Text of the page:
If you are found guilty of second degree murder you can be sentenced to 7 years, with a maximum of 4 years in custody and 3 years under supervision in the community.  Again, before the custody part of your sentence is finished the prosecutor* could ask the judge to order that you continue to be held in custody for the rest of your sentence. 

 

11    Why would a judge extend my custody?

The judge may be convinced that you are likely to commit a serious violent offence before the end of your sentence, or that the conditions of the supervision part of your sentence would not prevent you from committing another offence.

 

12    How would the judge be convinced of those things?

The judge must look for the following things:

  • evidence* of a pattern of violent behaviour that doesn't seem to stop;

  • evidence from a psychologist or a psychiatrist because of a physical or mental health problem you are likely to commit a serious violent offence before your sentence is finished;

  • reliable evidence that you are planning to commit a serious violent offence before your sentence is finished;

  • whether or not there is a supervision programme that can offer satisfactory protection to the public from the chance that you might commit another offence;

  • whether you are more likely to offend if you spend your whole sentence in custody and do not get the benefit of being in the community but having close supervision; and

  • evidence of a pattern of having committed violent offences when you were under community supervision in the past.

13    What does it mean to be supervised in the community?

The judge will make an order about what conditions will apply to your supervision.  They must include the following:

  • that you keep the peace and be of good behaviour - meaning that you must stay out of legal trouble;

  • that you report to the police, or the person responsible for supervising you, for example, a youth worker;

  • that you inform the person responsible for supervising you if you are arrested or questioned by police;

  • that you tell the person responsible for supervising you where you are living, and tell them immediately of any change in your address, your school or work;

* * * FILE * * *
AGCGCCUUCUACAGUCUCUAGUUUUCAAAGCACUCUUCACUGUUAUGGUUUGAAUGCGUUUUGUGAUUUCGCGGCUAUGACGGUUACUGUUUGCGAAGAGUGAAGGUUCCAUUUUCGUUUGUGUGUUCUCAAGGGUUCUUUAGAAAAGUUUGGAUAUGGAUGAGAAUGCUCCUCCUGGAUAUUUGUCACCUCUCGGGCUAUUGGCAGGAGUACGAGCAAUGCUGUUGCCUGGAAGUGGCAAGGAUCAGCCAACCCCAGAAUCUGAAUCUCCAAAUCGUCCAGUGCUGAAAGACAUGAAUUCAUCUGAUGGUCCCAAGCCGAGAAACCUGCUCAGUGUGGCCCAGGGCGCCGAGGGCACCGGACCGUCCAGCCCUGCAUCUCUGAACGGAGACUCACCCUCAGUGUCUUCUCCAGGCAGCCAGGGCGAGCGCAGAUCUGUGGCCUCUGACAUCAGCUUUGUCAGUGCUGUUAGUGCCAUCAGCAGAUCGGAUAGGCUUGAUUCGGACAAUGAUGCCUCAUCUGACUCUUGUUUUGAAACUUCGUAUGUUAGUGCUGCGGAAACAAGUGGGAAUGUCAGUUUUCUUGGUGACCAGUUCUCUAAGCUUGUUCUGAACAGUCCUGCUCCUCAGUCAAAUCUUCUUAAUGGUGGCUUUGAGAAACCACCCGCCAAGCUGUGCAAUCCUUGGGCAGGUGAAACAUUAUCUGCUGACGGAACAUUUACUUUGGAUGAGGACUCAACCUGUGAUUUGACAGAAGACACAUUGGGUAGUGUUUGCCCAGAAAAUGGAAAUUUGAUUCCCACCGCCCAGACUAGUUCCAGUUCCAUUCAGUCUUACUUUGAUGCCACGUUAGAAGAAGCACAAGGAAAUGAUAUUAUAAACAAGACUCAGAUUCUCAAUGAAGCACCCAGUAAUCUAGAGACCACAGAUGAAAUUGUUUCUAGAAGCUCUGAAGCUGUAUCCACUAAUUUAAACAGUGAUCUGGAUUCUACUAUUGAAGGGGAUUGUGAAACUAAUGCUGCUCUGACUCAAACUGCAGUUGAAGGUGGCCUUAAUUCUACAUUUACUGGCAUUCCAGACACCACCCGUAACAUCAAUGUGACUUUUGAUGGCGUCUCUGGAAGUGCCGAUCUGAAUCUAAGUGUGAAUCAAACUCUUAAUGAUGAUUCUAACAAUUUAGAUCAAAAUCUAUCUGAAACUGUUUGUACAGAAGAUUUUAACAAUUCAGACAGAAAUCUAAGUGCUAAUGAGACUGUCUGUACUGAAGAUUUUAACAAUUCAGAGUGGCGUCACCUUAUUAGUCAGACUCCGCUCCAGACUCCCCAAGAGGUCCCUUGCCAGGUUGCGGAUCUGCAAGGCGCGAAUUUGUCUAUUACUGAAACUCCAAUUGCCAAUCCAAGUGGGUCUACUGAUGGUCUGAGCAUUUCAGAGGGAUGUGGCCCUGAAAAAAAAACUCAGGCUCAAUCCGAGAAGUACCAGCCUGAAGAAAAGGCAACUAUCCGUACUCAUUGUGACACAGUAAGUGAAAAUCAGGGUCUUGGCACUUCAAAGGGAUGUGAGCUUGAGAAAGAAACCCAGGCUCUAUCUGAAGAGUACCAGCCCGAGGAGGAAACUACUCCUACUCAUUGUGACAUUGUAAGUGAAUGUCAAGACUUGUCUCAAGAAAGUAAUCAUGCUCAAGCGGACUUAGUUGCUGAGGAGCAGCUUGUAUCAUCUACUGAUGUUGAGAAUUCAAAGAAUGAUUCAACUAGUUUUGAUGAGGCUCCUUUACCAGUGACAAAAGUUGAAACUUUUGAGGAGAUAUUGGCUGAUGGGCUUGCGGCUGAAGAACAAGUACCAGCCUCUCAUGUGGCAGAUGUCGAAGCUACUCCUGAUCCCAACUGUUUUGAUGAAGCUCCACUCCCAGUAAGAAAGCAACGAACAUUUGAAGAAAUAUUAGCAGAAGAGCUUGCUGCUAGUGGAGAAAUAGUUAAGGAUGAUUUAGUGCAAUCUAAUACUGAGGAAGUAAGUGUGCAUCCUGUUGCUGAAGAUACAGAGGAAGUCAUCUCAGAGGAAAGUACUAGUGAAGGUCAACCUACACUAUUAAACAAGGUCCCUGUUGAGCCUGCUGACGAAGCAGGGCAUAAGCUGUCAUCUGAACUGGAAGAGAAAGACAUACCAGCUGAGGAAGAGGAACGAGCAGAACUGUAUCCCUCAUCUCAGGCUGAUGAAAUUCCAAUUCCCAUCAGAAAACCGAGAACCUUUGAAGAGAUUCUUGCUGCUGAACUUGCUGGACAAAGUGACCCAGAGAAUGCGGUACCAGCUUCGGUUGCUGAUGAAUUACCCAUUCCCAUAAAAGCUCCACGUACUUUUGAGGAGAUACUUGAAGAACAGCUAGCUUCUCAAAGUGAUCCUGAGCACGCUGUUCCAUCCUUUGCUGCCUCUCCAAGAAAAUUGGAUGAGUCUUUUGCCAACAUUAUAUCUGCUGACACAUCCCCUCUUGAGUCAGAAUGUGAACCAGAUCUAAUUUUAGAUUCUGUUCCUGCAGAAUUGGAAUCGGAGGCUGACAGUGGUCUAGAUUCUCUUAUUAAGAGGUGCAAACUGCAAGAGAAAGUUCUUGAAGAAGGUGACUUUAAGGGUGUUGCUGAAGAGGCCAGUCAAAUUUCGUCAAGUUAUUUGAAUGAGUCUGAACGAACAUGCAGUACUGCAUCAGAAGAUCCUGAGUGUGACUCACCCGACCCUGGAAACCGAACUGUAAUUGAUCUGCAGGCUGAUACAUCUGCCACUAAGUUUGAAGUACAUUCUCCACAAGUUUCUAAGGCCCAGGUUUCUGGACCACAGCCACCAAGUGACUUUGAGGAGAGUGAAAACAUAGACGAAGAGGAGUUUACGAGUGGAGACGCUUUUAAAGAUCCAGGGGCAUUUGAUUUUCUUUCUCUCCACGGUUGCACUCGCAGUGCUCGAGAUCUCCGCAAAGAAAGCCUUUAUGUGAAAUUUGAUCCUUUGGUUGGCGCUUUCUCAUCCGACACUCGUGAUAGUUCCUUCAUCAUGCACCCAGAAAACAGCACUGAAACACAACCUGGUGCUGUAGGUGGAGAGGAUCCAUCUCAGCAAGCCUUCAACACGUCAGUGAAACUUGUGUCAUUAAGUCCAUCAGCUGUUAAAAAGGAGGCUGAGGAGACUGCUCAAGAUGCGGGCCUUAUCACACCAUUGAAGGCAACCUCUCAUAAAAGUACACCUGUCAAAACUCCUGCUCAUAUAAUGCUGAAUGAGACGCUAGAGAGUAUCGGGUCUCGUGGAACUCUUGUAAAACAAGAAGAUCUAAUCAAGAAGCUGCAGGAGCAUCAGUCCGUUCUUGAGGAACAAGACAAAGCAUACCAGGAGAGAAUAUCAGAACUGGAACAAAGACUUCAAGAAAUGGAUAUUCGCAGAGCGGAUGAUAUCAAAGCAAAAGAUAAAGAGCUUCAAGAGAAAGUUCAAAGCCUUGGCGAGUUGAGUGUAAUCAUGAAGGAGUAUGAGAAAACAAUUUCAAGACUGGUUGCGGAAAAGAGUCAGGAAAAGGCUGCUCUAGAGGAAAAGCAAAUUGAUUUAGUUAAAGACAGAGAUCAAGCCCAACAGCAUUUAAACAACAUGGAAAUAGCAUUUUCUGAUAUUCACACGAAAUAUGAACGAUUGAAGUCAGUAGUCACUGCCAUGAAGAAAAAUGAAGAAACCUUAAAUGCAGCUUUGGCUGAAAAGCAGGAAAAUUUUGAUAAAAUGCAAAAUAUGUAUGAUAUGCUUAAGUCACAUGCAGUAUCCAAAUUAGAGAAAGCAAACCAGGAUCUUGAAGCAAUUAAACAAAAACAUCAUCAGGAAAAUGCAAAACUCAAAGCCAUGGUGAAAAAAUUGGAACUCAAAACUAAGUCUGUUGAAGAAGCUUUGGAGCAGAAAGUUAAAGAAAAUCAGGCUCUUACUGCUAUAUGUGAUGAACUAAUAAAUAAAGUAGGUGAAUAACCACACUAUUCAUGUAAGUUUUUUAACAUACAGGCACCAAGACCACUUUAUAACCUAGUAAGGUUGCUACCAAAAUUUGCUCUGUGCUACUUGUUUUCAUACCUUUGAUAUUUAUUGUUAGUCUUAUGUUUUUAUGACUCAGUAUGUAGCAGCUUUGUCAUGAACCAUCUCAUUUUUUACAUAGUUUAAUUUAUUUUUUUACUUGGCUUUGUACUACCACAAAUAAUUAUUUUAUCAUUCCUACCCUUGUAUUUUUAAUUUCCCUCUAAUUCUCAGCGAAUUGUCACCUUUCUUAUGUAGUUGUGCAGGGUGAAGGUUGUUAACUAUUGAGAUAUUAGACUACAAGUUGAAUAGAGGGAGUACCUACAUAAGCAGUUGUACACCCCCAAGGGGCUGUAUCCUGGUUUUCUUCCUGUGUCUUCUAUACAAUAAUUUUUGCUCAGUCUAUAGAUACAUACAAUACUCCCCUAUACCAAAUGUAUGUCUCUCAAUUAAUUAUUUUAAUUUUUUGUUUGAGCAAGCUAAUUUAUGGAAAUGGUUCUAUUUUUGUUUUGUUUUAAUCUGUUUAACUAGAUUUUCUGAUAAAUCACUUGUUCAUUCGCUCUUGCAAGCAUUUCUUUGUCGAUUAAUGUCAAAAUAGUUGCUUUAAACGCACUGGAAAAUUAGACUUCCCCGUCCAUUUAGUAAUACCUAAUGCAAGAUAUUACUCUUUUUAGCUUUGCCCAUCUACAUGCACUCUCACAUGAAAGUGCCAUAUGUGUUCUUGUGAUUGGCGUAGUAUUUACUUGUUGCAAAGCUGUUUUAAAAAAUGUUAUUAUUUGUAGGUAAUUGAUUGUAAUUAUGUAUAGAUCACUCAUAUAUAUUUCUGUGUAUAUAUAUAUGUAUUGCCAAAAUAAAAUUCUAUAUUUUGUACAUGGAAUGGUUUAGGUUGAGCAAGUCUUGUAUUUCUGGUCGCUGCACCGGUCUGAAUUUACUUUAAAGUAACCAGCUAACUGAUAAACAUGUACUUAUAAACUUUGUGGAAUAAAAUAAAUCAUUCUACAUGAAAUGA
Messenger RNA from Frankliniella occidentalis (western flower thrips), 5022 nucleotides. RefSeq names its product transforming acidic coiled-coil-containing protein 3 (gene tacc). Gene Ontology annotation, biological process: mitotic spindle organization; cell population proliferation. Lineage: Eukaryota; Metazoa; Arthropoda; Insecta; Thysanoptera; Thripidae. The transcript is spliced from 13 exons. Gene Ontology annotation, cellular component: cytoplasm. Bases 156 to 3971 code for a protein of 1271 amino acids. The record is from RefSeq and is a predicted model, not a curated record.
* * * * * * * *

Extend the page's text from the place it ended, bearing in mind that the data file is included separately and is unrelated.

• that you report any change in your family or financial situation;

  • that you report any other change that might make it harder for you to comply with the conditions of your sentence; and

  • that you not own or have any weapon, ammunition, or explosive except if you specifically need to have such a thing for a program.

Also, the person responsible for supervising you may put other conditions on you that will support your needs and promote your rehabilitation. 

 

14    What if I don’t understand the conditions?

The person responsible for supervising you must make sure that you have been told the conditions, that you understand them, and that you and a parent get a written copy of the conditions.  If there is anything you do not understand, you should ask to have it explained to you again until you do understand.

 

15    Am I ever allowed to go home when I am in custody?

Yes.  You may be permitted to leave custody on a “reintegration leave”.  This can be for up to 30 days at a time, and can also be taken away if it looks like things are not going well.

 

16    Why would I get reintegration leave?

You would get the leave if the provincial director* decides that it is necessary or would be good for your rehabilitation, or for getting used to being back in the community.  It could be for a continuous period of time, or it could be for specific days and times so that you can go to school of other training, get a job or help out your family, participate in a program that would be good for you, or go to a treatment program of some kind.

 

17    Who decides what type of facility I can be detained in?

Either the judge or someone within the Provincial government, most likely the provincial director* will determine what type of facility you will be detained in.  s.85(3)(4)

 

18    How does the government personnel determine what type of facility I will be detained in?

In making the decision the judge or provincial director* has to take into account the following factors:

  • the seriousness of the offence,

  • the circumstances of the offence,

  • your needs and circumstances, including closeness to family, school, employment and support services,

  • the safety of others in custody*, and the interests of society

  • whether programs are available to meet your needs and behaviour, and

  • the likelihood of you escaping.  s.85(3)(5)

19    What happens if I turn 18 while I am still serving my youth sentence?

The provincial director can apply to the court to have you moved to an adult facility, but you have the right to voice your opinion.  s.92(1)(2)

 

20    Can I ever see my friends and family if I am in custody?